If you’ve noticed that your lawn mower is running erratically, with inconsistent speeds and sudden changes in RPMs, then it may be surging. Surging is a common problem that can affect the performance and longevity of your lawn mower, and it’s essential to address it as soon as possible to prevent further damage.
Let’s discuss what is surging, Tips to Fix and Prevent Lawn Mower Surging Issues.
Understanding Surging in Lawn Mowers
Before diving into the causes and solutions, let’s first understand what surging is. When a lawn mower surges, it means that the engine speed fluctuates up and down uncontrollably. It can be frustrating and can make mowing the lawn a problematic task.
A dirty air filter is one of the most common causes of surging in lawn mowers. When the air filter is clogged with dirt and debris, it restricts the airflow to the engine, causing it to surge. It is essential to clean or replace the air filter regularly to prevent this issue.
Another cause of surging in lawn mowers is a faulty carburetor. The carburetor is responsible for mixing air and fuel in the engine. If it is not functioning correctly, it can cause the engine to surge. In this case, it may be necessary to have the carburetor cleaned or replaced by a professional.
Causes of Surging in Lawn Mowers
There are several possible causes of surging in lawn mowers, and here are some of them:
Dirt and debris in the carburetor: A dirty carburetor can cause your lawn mower to surge when you are mowing the lawn. It happens because dirt and debris restrict fuel flow to the engine, which can cause the engine to run at varying speeds.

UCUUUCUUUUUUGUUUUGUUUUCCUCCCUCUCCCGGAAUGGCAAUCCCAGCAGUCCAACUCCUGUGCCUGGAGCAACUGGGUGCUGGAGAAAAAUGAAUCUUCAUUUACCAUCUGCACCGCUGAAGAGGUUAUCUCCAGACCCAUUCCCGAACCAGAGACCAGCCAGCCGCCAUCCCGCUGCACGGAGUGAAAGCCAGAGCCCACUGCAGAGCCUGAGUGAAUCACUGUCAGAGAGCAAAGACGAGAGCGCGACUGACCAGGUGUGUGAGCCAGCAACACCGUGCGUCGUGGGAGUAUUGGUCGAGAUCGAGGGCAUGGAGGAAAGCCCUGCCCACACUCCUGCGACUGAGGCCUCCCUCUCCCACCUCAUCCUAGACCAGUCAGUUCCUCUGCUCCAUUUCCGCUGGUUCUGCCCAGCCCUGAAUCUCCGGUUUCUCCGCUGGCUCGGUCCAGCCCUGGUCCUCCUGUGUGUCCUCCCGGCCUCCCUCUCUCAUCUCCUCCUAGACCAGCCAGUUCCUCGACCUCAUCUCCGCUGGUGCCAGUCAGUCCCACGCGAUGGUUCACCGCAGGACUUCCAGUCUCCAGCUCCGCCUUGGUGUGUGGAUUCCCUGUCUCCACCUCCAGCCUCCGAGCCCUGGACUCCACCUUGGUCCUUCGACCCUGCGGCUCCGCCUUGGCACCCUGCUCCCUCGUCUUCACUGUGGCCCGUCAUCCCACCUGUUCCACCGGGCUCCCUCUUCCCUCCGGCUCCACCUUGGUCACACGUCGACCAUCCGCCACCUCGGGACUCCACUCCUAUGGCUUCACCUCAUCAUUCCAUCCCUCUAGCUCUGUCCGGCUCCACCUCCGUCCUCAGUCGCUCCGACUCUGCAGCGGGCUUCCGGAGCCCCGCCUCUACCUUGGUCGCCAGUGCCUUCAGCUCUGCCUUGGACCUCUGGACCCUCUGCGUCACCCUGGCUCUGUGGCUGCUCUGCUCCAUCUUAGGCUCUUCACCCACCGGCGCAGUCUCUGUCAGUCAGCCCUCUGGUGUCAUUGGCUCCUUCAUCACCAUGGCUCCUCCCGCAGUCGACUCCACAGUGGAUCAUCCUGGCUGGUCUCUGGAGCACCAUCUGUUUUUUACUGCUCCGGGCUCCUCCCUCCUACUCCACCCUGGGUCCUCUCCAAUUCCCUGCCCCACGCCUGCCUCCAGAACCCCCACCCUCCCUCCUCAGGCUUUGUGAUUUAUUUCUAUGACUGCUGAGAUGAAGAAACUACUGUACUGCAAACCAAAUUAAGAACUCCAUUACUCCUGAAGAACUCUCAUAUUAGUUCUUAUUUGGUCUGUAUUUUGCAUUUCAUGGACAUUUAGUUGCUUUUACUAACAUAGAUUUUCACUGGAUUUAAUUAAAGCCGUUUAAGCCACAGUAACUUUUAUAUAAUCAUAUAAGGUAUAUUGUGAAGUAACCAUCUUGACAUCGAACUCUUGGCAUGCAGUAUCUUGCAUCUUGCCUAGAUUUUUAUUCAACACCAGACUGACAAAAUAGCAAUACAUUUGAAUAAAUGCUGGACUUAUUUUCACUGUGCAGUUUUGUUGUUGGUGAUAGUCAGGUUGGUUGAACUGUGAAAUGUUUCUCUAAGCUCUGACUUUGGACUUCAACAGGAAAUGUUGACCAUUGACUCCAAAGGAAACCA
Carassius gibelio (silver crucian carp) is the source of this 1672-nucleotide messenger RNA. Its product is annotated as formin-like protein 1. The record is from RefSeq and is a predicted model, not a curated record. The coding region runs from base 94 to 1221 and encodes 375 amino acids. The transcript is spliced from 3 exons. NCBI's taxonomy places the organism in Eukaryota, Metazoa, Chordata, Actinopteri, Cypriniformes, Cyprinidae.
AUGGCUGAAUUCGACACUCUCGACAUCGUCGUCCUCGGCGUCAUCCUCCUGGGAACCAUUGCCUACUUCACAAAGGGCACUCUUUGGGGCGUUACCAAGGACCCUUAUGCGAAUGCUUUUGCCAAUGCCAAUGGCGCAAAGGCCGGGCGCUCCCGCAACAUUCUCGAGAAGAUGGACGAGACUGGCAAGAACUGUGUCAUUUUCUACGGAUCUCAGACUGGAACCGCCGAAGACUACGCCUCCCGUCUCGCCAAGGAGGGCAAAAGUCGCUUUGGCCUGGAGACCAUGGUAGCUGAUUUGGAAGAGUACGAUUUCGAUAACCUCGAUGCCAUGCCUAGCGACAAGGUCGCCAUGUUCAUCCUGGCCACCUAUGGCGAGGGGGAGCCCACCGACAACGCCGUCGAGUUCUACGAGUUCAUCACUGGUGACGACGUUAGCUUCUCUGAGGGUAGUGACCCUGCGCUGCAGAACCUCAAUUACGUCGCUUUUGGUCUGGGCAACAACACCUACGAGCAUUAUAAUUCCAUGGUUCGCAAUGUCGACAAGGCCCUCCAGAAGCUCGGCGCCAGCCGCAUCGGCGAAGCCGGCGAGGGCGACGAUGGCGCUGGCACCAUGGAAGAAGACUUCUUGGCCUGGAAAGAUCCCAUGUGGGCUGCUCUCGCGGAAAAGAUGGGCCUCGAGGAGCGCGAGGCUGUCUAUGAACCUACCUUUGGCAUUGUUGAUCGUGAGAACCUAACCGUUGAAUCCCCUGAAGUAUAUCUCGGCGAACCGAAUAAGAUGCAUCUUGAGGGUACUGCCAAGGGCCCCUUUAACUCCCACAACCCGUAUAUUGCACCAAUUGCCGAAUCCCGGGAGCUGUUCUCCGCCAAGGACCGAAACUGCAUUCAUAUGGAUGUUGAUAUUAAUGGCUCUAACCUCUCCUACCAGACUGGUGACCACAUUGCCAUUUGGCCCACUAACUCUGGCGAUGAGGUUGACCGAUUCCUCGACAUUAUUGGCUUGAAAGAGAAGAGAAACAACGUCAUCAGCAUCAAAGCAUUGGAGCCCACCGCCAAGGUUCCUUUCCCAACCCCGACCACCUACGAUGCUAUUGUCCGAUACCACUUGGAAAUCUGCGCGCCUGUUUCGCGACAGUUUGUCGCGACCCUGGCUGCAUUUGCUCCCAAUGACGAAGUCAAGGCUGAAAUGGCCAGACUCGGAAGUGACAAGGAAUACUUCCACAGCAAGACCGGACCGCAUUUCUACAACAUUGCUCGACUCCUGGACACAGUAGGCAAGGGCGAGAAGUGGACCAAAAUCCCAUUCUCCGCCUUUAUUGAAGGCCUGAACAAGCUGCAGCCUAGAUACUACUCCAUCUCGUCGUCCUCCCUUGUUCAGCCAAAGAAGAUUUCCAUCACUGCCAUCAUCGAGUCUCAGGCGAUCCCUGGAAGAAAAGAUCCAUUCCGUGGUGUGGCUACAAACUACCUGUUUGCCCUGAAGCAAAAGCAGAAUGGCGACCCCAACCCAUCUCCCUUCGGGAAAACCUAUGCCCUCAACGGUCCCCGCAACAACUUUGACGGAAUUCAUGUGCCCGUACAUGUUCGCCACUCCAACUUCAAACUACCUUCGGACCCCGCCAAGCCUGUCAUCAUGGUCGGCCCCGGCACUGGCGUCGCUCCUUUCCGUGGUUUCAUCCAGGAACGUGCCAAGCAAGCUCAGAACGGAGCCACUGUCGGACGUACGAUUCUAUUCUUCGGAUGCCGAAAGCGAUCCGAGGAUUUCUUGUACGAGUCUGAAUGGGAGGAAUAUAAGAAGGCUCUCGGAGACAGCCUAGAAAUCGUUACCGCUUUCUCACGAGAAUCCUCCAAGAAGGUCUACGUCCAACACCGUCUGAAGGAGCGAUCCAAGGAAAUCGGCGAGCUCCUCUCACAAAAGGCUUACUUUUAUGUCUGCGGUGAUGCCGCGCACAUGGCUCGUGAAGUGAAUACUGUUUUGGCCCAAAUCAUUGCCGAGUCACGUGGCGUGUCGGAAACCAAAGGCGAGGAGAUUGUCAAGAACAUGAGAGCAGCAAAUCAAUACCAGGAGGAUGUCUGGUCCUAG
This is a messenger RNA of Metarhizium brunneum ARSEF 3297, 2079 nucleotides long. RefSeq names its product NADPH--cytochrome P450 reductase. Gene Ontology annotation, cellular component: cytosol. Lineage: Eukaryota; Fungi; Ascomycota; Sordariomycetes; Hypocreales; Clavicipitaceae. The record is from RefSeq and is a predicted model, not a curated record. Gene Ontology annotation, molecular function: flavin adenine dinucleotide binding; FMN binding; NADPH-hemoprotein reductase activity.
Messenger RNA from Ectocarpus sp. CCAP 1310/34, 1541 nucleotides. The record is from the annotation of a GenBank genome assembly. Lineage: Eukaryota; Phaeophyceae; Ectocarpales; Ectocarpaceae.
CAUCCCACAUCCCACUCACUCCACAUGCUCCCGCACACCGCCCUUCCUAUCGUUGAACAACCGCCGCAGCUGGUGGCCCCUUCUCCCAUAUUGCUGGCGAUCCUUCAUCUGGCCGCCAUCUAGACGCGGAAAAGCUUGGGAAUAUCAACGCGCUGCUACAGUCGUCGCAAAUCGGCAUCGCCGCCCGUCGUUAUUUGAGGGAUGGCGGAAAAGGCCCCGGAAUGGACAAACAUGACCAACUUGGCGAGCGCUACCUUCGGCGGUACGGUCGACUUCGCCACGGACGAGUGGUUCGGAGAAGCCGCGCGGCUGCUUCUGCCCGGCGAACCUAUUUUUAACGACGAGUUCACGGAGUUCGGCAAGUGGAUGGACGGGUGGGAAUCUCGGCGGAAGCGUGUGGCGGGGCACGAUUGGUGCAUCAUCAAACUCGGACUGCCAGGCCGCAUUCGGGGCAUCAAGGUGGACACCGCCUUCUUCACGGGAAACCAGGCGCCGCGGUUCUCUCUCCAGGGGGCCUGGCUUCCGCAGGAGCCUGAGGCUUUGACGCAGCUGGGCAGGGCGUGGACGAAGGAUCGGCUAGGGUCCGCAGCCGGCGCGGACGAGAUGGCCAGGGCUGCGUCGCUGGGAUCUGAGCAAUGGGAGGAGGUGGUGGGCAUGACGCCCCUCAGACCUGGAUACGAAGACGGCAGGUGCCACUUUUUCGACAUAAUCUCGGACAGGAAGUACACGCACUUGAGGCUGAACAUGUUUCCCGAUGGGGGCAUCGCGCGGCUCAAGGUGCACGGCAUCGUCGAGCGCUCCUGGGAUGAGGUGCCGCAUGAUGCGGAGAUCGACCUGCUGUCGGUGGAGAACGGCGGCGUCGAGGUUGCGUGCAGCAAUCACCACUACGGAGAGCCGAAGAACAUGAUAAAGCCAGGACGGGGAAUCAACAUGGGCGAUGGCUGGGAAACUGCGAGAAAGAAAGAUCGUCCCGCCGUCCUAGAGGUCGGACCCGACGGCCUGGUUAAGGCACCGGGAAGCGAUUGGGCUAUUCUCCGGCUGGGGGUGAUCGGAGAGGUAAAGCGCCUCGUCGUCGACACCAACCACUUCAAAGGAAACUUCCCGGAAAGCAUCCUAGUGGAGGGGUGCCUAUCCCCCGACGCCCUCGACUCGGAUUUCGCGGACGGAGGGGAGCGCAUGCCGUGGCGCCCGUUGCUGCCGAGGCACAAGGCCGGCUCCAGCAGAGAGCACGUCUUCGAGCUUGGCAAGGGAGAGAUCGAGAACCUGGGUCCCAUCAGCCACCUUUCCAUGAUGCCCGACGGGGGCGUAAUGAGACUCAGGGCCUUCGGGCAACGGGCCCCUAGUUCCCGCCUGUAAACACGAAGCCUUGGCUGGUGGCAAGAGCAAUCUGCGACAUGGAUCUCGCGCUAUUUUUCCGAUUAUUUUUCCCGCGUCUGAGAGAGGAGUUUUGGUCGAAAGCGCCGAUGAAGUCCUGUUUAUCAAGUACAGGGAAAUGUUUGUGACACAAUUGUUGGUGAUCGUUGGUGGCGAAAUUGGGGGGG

Clogged air filter: Clogged air filter can also cause surging in lawn mowers because it restricts the airflow needed for combustion.
Faulty spark plug: A faulty spark plug can also cause surging because it can prevent the engine from getting the necessary spark to ignite the fuel in the engine.
Contaminated fuel: Using low-quality or contaminated fuel can lead to clogs and other issues that can cause surging.
Malfunctioning governor: The governor controls the engine’s speed. If damaged or misaligned, it can cause surging and other performance issues.
Low-quality fuel: Using low-quality fuel can also cause surging in lawn mowers because it can damage the engine and cause it to run at an uneven speed.
Surging in lawn mowers can also be caused by a malfunctioning governor. The governor is responsible for regulating the speed of the engine, and It can cause the engine to surge if it is not functioning correctly.
If the issues persist, it may be worth having a professional inspect the governor. It may be time to take your lawn mower to a professional for a tune-up in case none of the above solutions work. A professional can diagnose and fix any underlying issues causing the surge.
Tools and Equipment Needed for Troubleshooting
For troubleshooting surging in your lawn mower, you will need the following tools:
- Carburetor cleaner
- Air filter
- Spark plug
- Socket wrench
In addition to the tools listed above, it is also recommended to have a multimeter to test the electrical components of the lawn mower. This can help identify any issues with the ignition system or battery.
The service manual for your specific lawn mower model is another piece of equipment that provides detailed instructions on troubleshooting and repairing any issues that may arise.
Step-by-Step Guide to Troubleshooting a Surging Lawn Mower
Here is a step-by-step guide to troubleshooting a surging lawn mower:
Step 1: Turn off the Lawn Mower and Allow it to Cool
Before you begin troubleshooting, your lawn mower should be turned off and cooled down to ensure safety and prevent potential accidents.
Step 2: Clean or Replace the Air Filter
The air filter filters out dust, debris, and other particles from the air before it enters the engine. If the air filter is dirty or clogged, it can cause the engine to surge or stall. Remove the air filter from the mower and clean it with compressed air or a brush. If the filter is damaged, replace it with a new one.
Step 3: Check and Replace the Spark Plug